Over the past two years, more than 60,000 “infiltrators,” mainly from Eritrea and Sudan, have snuck across the Egyptian border into the Sinai Desert...In Israel it is very complicated, because the Israeli Government has accepted the plea of the Sudanese illegals that they are refugees from dangerous countries. And they would be killed if they returned.
Some of these Africans have remained in nearby Eilat, managing to find illegal employment in hotels and other establishments for which cheap labor trumps upholding the law.
A greater number moved to a low-income area in Tel Aviv, where they stuffed themselves into small apartments to share the rent, using their earnings from menial odd jobs.
Where the Sudanese are concerned, Israel has a justified fear that if they are returned to the Egyptian border from whence they came, they will be abused by Egyptian authorities — or, at the very least, returned to Sudan, where they will meet certain death. Out of deep worry for their welfare, the Israeli government grants them temporary residence permits, which require renewal every three months.This is not the same as the story of the Vietnamese "boat people" and Israel. Soon after Menachem Begin was elected Prime Minister of Israel, 1977, he agreed to accept Vietnamese boat refugees an Israeli ship had rescued. No other country was willing to accept them. Israel is a small country, so less than a hundred needy people, men, women and children, was no problem. Some are still in Israel, established businesses, and their families grow and thrive.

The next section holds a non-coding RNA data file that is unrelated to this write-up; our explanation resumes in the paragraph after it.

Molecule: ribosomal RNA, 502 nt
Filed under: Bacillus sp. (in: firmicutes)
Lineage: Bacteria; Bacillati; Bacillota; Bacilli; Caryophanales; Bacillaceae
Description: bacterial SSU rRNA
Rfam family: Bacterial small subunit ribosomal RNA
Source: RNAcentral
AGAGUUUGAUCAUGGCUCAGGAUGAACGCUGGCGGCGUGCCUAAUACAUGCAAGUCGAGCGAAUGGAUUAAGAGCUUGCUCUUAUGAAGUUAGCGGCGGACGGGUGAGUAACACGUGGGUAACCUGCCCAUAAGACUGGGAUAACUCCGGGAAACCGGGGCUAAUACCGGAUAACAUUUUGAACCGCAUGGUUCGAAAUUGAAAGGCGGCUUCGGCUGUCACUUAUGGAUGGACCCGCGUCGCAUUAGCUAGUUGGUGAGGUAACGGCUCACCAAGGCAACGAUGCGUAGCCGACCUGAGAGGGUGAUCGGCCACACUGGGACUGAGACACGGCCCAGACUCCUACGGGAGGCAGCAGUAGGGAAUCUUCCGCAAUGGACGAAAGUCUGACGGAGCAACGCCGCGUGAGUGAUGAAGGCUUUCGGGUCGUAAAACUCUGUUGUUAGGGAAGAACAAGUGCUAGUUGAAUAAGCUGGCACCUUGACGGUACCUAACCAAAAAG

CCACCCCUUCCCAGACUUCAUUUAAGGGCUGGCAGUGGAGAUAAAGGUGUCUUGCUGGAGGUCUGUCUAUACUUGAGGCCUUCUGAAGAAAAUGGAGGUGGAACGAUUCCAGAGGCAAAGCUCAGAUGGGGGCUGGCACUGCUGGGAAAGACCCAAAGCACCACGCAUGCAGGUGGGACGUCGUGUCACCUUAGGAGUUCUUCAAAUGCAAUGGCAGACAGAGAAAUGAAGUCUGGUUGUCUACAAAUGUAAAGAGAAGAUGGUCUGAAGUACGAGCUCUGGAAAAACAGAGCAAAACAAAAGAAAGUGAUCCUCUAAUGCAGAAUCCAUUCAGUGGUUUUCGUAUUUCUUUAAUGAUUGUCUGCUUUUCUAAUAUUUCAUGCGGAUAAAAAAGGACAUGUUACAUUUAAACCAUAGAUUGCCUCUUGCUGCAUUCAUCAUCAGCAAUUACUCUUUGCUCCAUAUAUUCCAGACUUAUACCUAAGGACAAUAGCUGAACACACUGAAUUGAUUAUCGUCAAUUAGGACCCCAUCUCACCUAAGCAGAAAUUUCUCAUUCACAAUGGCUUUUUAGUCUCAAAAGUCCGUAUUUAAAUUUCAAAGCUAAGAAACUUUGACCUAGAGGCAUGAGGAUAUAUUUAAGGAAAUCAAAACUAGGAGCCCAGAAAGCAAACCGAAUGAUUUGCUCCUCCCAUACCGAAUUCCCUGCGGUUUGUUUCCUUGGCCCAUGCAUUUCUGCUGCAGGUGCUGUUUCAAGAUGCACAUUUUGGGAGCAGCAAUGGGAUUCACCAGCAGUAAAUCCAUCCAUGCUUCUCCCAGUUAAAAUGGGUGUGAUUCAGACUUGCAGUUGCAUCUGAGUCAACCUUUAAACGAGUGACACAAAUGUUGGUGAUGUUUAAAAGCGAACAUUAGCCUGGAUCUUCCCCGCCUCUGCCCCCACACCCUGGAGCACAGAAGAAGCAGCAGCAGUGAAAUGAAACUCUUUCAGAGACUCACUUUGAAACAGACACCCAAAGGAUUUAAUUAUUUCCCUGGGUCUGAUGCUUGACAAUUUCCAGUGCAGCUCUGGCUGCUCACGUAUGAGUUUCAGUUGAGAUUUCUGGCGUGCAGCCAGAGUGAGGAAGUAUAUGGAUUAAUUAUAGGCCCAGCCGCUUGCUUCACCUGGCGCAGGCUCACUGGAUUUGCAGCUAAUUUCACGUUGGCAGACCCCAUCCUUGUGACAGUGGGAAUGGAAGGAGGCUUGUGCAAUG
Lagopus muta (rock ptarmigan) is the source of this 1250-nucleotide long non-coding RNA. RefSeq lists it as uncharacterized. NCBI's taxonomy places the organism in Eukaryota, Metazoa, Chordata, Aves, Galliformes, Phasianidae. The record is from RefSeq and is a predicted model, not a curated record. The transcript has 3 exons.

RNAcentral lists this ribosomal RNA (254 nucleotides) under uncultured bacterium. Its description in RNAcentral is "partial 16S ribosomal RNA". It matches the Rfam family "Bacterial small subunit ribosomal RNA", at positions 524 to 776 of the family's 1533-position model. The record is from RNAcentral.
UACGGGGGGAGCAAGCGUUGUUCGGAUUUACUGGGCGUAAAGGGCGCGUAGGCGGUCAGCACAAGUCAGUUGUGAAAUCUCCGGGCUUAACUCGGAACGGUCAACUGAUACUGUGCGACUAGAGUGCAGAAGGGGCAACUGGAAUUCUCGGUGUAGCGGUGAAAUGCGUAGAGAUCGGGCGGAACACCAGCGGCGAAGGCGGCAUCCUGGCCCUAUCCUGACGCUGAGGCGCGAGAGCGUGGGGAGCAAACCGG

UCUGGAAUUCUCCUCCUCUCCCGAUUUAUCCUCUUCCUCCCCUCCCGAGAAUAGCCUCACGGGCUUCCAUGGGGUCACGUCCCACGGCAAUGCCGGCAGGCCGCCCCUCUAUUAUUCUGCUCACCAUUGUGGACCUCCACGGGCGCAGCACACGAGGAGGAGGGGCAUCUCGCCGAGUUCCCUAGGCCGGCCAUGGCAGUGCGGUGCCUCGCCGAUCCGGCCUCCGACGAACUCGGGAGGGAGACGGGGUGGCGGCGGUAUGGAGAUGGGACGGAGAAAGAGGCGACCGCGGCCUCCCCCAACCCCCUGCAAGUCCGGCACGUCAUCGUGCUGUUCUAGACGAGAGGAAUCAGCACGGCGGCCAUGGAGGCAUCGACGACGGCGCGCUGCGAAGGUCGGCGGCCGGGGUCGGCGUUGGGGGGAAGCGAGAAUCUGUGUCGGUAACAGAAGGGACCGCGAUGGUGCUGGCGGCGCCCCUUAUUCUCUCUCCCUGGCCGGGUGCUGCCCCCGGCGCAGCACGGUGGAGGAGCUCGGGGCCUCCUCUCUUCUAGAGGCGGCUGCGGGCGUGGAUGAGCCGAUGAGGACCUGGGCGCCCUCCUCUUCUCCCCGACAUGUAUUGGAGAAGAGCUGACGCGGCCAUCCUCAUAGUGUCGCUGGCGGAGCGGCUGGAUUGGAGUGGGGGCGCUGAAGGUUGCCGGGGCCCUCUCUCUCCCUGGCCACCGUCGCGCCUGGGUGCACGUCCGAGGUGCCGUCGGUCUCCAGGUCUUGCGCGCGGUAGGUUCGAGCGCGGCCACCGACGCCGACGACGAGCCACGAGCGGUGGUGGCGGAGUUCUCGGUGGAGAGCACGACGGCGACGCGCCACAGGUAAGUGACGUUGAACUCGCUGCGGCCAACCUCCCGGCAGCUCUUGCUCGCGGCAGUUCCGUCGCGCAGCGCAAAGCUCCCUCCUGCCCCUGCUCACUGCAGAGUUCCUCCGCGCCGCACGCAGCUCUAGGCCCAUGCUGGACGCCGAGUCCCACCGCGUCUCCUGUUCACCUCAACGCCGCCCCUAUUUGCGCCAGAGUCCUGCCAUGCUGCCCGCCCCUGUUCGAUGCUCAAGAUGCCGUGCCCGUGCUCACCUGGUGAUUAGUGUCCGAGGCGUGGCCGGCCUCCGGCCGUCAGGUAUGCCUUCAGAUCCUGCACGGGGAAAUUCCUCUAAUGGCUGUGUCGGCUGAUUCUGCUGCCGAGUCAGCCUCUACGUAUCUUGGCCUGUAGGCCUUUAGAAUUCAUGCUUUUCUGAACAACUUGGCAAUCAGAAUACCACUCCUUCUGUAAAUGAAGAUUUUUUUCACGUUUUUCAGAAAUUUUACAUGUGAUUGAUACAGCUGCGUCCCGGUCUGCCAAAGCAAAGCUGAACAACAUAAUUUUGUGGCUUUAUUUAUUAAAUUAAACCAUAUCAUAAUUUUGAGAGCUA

The tragic irony of Israel’s genuinely humanitarian approach to these asylum-seekers is that it has become yet another issue that is both causing tension within the country — and arousing external criticism.
But close to a hundred-thousand African mostly male infiltrators are a different cup of tea. As much we may understand that they want to flee, Israel isn't the right address. Israel is a small country with too many internal, social, cultural and religious problems to offer refuge to masses of non-Jewish men.
Recently there has been a great controversy over the fact that a judge (Arab-Israeli) refused to sing the national anthem, Hatikvah, The Hope. How a person could be in a position to interpret Israeli Law when he doesn't identify with the anthem and aim raison d'etre of the country, is outrageous.
There has also been more and more talk about changing the lyrics of Hatikvah to something more "universal" and less Jewish. This is unfortunately related to the awful act Moshe Dayan did in 1967 after our great victory over our Arab enemies when he ordered that the Israeli Flag be taken down from Har Habayit, The Temple Mount and control be given to the Muslims.
We must not further dilute the Jewish identity of the State of Israel.
|As long as the Jewish spirit is yearning deep in the heart,
With eyes turned toward the East, looking toward Zion,
Then our hope - the two-thousand-year-old hope - will not be lost:
To be a free people in our land,
The land of Zion and Jerusalem.
|Kol ode balevav
Nefesh Yehudi homiyah
Ulfa'atey mizrach kadimah
Ayin l'tzion tzofiyah.
Ode lo avdah tikvatenu
Hatikvah bat shnot alpayim:
L'hiyot am chofshi b'artzenu -
Eretz Tzion v'Yerushalayim.